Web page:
Ethox Seminar - Neuroethics of lumbar punctures (aka ‘spinal taps’) for psychiatric indications

A rare subset of people with new-onset severe psychiatric symptoms have neuro-inflammatory processes, which are most apparent in cerebrospinal fluid (CSF), the fluid that bathes the brain and spinal cord. People recover best when the inflammation is promptly detected and treated with strong immunosuppressive medications, but the medical procedure needed to collect CSF, a lumbar puncture (LP), aka spinal tap, is not a conventional tool in psychiatric practice and many psychiatrists may never have performed one. Some experts have argued that LP should become part of routine diagnostic workup, but others disagree, saying that the neuro-inflammatory processes are too rare to merit screening with an invasive procedure; rather, LP should be reserved only for cases that are highest risk. Both positions are underspecified, however, and it is unclear how each translates from a given probability of neuro-inflammation to their recommendations. When should LP be offered, and who should decide? If we assume that the answers to these questions, prima facie, should be the same whether a person’s symptoms are psychiatric or not, we might be able to make progress by examining benchmark cases in neurology and pediatrics where LP is routine. Following this principle of psychiatric healthcare parity, we might identify psychiatric indications that meet/fail to meet those benchmarks, thus that would/would not be candidates for routine LP. We might then examine morally relevant differences to these cases that could appropriately modify the prima facie judgments, including health disparities and prioritarian principles of distributive justice.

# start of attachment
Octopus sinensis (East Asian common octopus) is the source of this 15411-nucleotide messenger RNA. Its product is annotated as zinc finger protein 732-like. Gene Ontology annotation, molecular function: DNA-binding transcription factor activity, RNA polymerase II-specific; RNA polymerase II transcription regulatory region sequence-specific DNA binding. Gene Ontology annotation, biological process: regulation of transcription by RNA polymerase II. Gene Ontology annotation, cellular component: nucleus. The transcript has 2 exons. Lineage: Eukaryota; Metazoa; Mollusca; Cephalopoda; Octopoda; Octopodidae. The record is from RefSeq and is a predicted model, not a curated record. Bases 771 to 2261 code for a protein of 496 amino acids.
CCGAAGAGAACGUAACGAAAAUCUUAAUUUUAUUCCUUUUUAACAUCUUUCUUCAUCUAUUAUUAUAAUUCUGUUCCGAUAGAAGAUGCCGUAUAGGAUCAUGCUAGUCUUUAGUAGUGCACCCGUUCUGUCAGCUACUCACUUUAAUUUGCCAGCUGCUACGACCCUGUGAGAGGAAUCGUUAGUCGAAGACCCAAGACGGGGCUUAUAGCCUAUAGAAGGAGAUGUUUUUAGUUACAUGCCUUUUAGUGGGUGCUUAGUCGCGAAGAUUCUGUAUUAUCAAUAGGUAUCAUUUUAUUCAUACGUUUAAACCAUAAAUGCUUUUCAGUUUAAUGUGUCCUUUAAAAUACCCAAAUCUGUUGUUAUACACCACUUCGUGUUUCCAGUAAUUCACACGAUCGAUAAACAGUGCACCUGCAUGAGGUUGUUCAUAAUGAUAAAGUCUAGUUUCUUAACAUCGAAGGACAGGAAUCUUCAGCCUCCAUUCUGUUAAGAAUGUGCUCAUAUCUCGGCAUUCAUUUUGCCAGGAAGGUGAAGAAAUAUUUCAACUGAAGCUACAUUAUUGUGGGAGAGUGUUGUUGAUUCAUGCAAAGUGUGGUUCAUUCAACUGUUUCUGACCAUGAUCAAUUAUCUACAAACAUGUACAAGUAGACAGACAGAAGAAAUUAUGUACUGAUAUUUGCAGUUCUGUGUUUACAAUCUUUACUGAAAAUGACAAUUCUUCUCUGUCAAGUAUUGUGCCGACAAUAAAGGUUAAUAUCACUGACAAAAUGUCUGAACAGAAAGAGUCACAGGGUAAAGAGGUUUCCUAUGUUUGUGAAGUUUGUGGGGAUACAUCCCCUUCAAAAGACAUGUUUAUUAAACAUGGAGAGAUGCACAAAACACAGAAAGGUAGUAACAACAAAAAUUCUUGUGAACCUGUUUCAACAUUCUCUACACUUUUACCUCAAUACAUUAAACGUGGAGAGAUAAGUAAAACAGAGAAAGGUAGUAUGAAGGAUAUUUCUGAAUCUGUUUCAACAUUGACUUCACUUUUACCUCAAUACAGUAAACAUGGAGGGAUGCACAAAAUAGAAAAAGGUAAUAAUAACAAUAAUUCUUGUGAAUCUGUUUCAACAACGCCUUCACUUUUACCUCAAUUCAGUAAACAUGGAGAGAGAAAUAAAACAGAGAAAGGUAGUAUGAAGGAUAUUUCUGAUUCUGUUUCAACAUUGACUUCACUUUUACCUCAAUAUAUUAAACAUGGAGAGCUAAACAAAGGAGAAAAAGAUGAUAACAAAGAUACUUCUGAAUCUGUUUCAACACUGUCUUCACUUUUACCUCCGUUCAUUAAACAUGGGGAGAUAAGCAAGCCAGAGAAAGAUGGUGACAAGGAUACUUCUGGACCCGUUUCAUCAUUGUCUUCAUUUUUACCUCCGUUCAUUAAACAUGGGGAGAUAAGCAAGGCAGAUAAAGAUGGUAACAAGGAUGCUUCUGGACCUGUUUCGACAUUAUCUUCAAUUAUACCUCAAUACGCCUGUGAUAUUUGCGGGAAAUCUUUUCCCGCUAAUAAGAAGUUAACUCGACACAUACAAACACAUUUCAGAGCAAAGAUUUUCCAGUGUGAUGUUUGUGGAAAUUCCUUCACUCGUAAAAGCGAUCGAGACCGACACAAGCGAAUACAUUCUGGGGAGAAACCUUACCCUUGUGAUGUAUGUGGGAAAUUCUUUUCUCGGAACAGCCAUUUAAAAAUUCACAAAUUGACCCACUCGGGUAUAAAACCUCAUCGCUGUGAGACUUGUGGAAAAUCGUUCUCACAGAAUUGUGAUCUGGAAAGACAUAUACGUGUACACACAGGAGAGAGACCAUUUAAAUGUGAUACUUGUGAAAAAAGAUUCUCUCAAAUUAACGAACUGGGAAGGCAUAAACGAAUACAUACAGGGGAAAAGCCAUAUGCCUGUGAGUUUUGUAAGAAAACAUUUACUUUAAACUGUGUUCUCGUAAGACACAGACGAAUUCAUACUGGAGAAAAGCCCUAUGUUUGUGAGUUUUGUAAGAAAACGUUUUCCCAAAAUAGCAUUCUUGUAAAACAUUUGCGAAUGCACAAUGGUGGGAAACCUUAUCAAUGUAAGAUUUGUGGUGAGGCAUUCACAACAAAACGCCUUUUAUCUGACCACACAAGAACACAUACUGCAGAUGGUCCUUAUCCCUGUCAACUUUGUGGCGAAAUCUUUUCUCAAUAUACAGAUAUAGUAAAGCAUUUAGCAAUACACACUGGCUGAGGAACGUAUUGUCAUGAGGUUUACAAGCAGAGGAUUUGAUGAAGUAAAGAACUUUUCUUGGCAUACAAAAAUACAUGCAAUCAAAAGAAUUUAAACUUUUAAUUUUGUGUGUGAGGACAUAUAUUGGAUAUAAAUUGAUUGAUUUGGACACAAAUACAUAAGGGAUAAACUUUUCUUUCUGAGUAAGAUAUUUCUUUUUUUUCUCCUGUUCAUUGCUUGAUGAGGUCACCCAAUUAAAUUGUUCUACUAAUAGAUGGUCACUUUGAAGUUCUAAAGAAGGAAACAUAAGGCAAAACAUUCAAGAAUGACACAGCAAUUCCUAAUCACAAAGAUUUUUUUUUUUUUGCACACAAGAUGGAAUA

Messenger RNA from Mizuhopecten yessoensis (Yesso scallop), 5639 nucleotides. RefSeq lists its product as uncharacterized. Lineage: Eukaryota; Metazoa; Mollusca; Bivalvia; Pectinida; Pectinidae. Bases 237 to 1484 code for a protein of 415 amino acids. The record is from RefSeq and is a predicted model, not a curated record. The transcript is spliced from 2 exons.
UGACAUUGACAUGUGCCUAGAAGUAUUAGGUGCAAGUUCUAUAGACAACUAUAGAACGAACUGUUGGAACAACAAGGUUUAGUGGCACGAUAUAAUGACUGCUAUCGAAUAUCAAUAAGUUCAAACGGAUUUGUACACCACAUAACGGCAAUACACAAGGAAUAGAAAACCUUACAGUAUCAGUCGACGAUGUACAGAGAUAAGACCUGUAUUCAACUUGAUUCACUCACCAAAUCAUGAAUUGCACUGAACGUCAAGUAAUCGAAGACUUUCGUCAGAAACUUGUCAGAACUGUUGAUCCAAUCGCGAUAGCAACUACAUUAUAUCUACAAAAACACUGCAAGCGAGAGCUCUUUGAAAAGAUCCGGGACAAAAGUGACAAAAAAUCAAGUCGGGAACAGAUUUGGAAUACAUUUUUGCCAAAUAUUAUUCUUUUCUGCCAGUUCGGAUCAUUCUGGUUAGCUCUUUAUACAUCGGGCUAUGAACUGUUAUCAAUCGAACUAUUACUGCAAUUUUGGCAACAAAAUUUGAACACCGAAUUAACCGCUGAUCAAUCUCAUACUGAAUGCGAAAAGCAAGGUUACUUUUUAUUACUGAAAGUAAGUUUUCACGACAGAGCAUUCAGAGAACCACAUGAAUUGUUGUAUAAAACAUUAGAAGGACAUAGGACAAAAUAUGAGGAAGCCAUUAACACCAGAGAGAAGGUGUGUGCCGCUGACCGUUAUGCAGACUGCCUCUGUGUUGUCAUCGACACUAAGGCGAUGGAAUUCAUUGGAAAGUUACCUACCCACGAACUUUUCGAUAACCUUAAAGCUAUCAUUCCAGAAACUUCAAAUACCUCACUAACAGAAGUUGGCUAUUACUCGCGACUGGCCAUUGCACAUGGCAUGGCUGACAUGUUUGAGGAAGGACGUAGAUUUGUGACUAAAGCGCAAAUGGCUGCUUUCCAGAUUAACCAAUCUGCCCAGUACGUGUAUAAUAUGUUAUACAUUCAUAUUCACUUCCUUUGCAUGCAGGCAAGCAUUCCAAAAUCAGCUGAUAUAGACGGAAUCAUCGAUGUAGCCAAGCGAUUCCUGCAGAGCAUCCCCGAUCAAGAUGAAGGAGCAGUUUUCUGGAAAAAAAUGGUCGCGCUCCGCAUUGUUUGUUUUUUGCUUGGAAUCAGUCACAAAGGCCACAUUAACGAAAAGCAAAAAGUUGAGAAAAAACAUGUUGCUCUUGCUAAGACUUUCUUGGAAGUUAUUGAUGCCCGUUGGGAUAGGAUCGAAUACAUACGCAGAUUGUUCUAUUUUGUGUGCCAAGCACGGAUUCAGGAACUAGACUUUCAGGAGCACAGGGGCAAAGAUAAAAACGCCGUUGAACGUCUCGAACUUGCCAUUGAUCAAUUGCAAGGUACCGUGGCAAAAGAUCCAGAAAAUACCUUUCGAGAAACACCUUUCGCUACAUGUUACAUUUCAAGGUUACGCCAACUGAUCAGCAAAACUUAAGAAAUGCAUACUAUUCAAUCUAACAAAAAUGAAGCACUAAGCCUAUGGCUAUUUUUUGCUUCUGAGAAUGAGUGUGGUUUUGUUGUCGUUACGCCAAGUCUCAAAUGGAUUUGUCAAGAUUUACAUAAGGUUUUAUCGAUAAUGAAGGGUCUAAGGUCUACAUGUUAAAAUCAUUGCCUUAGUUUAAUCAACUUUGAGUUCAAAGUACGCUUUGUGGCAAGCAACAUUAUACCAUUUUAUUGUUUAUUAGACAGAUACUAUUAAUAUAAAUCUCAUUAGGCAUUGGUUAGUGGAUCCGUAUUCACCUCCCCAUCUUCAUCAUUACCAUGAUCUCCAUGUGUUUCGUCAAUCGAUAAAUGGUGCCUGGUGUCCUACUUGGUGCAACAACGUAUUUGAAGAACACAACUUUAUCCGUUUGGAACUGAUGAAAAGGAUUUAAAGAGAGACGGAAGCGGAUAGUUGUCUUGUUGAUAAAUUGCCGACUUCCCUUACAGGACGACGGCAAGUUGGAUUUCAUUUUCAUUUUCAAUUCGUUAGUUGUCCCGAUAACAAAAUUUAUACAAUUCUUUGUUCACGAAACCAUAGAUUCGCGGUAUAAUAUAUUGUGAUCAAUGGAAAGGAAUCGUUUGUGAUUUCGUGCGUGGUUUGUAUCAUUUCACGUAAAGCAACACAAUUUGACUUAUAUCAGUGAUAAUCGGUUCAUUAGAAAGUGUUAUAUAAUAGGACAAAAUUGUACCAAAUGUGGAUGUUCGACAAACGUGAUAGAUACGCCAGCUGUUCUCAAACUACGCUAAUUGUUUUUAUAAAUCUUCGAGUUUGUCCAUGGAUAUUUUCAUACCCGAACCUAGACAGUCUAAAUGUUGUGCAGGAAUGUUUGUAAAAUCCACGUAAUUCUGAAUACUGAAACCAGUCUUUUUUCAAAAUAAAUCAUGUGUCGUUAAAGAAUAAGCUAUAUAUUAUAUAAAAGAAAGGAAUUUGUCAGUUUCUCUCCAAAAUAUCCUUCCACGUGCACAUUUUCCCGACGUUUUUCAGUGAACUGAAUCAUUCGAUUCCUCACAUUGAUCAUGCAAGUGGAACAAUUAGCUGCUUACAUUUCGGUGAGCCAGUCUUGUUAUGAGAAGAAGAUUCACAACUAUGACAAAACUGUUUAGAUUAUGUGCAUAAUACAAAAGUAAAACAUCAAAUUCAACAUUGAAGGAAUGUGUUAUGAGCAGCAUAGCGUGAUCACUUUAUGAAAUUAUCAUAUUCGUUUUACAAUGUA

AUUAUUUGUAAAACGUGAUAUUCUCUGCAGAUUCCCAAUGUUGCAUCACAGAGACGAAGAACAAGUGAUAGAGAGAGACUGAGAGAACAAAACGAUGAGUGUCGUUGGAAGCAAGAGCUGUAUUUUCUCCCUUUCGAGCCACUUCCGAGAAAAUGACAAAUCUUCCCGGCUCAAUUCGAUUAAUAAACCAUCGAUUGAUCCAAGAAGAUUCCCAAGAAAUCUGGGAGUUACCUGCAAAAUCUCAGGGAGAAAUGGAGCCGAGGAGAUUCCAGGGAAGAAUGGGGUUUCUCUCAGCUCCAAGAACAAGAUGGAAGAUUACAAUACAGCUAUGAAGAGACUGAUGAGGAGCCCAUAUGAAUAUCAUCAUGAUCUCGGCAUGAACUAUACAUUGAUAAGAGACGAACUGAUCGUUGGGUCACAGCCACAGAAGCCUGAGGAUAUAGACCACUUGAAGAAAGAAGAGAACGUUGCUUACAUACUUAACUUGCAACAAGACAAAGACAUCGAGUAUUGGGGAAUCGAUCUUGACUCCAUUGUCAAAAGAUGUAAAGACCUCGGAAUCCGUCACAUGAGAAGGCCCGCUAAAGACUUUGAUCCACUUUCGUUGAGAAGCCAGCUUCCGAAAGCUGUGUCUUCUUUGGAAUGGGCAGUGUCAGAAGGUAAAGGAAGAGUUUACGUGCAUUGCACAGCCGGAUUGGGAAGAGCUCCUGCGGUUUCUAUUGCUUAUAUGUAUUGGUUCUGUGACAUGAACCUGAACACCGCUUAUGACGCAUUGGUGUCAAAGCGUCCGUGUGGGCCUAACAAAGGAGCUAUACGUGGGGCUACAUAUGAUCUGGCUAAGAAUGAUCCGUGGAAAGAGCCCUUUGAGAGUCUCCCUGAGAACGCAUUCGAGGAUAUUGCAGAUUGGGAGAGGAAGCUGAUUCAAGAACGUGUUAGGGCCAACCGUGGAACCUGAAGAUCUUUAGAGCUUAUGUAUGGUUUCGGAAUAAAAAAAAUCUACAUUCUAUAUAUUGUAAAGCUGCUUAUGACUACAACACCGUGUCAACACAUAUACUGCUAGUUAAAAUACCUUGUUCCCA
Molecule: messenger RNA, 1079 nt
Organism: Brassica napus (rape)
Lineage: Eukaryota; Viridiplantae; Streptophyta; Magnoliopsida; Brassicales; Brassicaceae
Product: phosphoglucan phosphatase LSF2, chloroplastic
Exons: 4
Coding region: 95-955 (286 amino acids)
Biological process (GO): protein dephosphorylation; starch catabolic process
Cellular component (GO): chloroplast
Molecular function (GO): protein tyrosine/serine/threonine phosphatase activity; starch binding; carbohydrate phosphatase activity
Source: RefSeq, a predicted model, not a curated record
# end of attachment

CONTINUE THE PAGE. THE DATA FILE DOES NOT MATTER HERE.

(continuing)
This will be a hybrid seminar in the Richard Doll Building, Lecture Theatre, and on Zoom.
Zoom registration